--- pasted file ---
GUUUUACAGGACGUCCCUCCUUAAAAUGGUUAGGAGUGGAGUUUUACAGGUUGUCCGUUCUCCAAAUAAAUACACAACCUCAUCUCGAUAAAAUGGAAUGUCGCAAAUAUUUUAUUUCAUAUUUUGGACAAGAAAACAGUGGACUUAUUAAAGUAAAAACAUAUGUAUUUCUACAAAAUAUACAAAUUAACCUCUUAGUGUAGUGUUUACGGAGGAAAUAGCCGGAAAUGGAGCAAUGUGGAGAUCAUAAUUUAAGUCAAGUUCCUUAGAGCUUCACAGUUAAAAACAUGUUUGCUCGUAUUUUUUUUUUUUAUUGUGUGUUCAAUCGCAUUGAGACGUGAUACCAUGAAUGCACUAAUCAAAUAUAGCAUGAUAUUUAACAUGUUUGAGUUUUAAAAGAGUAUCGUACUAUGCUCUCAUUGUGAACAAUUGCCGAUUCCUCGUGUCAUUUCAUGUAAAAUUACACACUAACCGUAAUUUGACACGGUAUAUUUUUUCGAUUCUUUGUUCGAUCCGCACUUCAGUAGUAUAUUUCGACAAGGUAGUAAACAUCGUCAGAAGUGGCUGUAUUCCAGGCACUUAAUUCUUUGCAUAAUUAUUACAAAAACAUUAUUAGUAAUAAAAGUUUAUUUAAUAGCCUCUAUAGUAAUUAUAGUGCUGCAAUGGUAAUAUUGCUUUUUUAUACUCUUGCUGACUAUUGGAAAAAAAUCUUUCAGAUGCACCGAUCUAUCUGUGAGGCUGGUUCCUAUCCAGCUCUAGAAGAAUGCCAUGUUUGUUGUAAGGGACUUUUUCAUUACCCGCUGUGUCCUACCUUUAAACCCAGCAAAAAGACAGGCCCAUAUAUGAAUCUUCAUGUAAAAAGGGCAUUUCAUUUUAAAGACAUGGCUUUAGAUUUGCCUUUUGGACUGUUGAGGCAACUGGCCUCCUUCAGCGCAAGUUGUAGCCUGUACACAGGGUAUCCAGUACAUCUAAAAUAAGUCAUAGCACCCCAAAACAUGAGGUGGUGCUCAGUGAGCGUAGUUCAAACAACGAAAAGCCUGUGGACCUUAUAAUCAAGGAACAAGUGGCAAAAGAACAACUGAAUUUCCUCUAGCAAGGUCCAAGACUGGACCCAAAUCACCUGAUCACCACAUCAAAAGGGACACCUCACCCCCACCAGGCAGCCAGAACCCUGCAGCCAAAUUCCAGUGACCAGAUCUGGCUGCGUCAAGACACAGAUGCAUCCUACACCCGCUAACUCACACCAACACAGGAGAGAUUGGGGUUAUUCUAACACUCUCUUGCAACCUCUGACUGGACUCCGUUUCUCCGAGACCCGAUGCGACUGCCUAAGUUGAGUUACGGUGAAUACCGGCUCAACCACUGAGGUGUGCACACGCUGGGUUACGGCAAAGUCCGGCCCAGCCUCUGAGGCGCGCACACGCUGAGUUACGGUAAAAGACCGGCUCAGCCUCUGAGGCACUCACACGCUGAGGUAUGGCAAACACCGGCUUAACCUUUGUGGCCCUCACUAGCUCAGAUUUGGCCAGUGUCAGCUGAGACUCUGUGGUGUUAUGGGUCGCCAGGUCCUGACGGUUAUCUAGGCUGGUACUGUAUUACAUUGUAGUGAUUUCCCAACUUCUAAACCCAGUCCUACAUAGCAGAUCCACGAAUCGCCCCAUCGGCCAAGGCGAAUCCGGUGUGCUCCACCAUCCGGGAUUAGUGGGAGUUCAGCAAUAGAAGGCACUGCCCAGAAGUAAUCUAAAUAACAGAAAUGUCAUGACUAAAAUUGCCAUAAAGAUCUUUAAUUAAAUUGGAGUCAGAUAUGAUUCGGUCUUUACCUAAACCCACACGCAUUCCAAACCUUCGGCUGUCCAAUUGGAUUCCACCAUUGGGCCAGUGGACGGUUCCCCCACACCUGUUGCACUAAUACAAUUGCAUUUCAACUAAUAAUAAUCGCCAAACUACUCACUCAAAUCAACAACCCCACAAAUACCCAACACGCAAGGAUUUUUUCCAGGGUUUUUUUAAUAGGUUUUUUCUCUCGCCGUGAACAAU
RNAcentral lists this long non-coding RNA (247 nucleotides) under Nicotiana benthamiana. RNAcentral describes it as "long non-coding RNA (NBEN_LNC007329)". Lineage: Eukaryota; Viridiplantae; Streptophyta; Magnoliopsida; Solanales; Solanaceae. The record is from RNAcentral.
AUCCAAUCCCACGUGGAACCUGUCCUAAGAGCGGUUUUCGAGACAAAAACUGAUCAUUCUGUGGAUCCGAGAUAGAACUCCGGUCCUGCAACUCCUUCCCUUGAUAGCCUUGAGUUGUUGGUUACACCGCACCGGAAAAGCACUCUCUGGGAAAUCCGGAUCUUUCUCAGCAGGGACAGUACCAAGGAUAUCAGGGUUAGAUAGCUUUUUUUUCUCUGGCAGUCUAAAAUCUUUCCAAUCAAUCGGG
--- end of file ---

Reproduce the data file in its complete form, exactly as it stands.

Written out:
GUUUUACAGGACGUCCCUCCUUAAAAUGGUUAGGAGUGGAGUUUUACAGGUUGUCCGUUCUCCAAAUAAAUACACAACCUCAUCUCGAUAAAAUGGAAUGUCGCAAAUAUUUUAUUUCAUAUUUUGGACAAGAAAACAGUGGACUUAUUAAAGUAAAAACAUAUGUAUUUCUACAAAAUAUACAAAUUAACCUCUUAGUGUAGUGUUUACGGAGGAAAUAGCCGGAAAUGGAGCAAUGUGGAGAUCAUAAUUUAAGUCAAGUUCCUUAGAGCUUCACAGUUAAAAACAUGUUUGCUCGUAUUUUUUUUUUUUAUUGUGUGUUCAAUCGCAUUGAGACGUGAUACCAUGAAUGCACUAAUCAAAUAUAGCAUGAUAUUUAACAUGUUUGAGUUUUAAAAGAGUAUCGUACUAUGCUCUCAUUGUGAACAAUUGCCGAUUCCUCGUGUCAUUUCAUGUAAAAUUACACACUAACCGUAAUUUGACACGGUAUAUUUUUUCGAUUCUUUGUUCGAUCCGCACUUCAGUAGUAUAUUUCGACAAGGUAGUAAACAUCGUCAGAAGUGGCUGUAUUCCAGGCACUUAAUUCUUUGCAUAAUUAUUACAAAAACAUUAUUAGUAAUAAAAGUUUAUUUAAUAGCCUCUAUAGUAAUUAUAGUGCUGCAAUGGUAAUAUUGCUUUUUUAUACUCUUGCUGACUAUUGGAAAAAAAUCUUUCAGAUGCACCGAUCUAUCUGUGAGGCUGGUUCCUAUCCAGCUCUAGAAGAAUGCCAUGUUUGUUGUAAGGGACUUUUUCAUUACCCGCUGUGUCCUACCUUUAAACCCAGCAAAAAGACAGGCCCAUAUAUGAAUCUUCAUGUAAAAAGGGCAUUUCAUUUUAAAGACAUGGCUUUAGAUUUGCCUUUUGGACUGUUGAGGCAACUGGCCUCCUUCAGCGCAAGUUGUAGCCUGUACACAGGGUAUCCAGUACAUCUAAAAUAAGUCAUAGCACCCCAAAACAUGAGGUGGUGCUCAGUGAGCGUAGUUCAAACAACGAAAAGCCUGUGGACCUUAUAAUCAAGGAACAAGUGGCAAAAGAACAACUGAAUUUCCUCUAGCAAGGUCCAAGACUGGACCCAAAUCACCUGAUCACCACAUCAAAAGGGACACCUCACCCCCACCAGGCAGCCAGAACCCUGCAGCCAAAUUCCAGUGACCAGAUCUGGCUGCGUCAAGACACAGAUGCAUCCUACACCCGCUAACUCACACCAACACAGGAGAGAUUGGGGUUAUUCUAACACUCUCUUGCAACCUCUGACUGGACUCCGUUUCUCCGAGACCCGAUGCGACUGCCUAAGUUGAGUUACGGUGAAUACCGGCUCAACCACUGAGGUGUGCACACGCUGGGUUACGGCAAAGUCCGGCCCAGCCUCUGAGGCGCGCACACGCUGAGUUACGGUAAAAGACCGGCUCAGCCUCUGAGGCACUCACACGCUGAGGUAUGGCAAACACCGGCUUAACCUUUGUGGCCCUCACUAGCUCAGAUUUGGCCAGUGUCAGCUGAGACUCUGUGGUGUUAUGGGUCGCCAGGUCCUGACGGUUAUCUAGGCUGGUACUGUAUUACAUUGUAGUGAUUUCCCAACUUCUAAACCCAGUCCUACAUAGCAGAUCCACGAAUCGCCCCAUCGGCCAAGGCGAAUCCGGUGUGCUCCACCAUCCGGGAUUAGUGGGAGUUCAGCAAUAGAAGGCACUGCCCAGAAGUAAUCUAAAUAACAGAAAUGUCAUGACUAAAAUUGCCAUAAAGAUCUUUAAUUAAAUUGGAGUCAGAUAUGAUUCGGUCUUUACCUAAACCCACACGCAUUCCAAACCUUCGGCUGUCCAAUUGGAUUCCACCAUUGGGCCAGUGGACGGUUCCCCCACACCUGUUGCACUAAUACAAUUGCAUUUCAACUAAUAAUAAUCGCCAAACUACUCACUCAAAUCAACAACCCCACAAAUACCCAACACGCAAGGAUUUUUUCCAGGGUUUUUUUAAUAGGUUUUUUCUCUCGCCGUGAACAAU
RNAcentral lists this long non-coding RNA (247 nucleotides) under Nicotiana benthamiana. RNAcentral describes it as "long non-coding RNA (NBEN_LNC007329)". Lineage: Eukaryota; Viridiplantae; Streptophyta; Magnoliopsida; Solanales; Solanaceae. The record is from RNAcentral.
AUCCAAUCCCACGUGGAACCUGUCCUAAGAGCGGUUUUCGAGACAAAAACUGAUCAUUCUGUGGAUCCGAGAUAGAACUCCGGUCCUGCAACUCCUUCCCUUGAUAGCCUUGAGUUGUUGGUUACACCGCACCGGAAAAGCACUCUCUGGGAAAUCCGGAUCUUUCUCAGCAGGGACAGUACCAAGGAUAUCAGGGUUAGAUAGCUUUUUUUUCUCUGGCAGUCUAAAAUCUUUCCAAUCAAUCGGG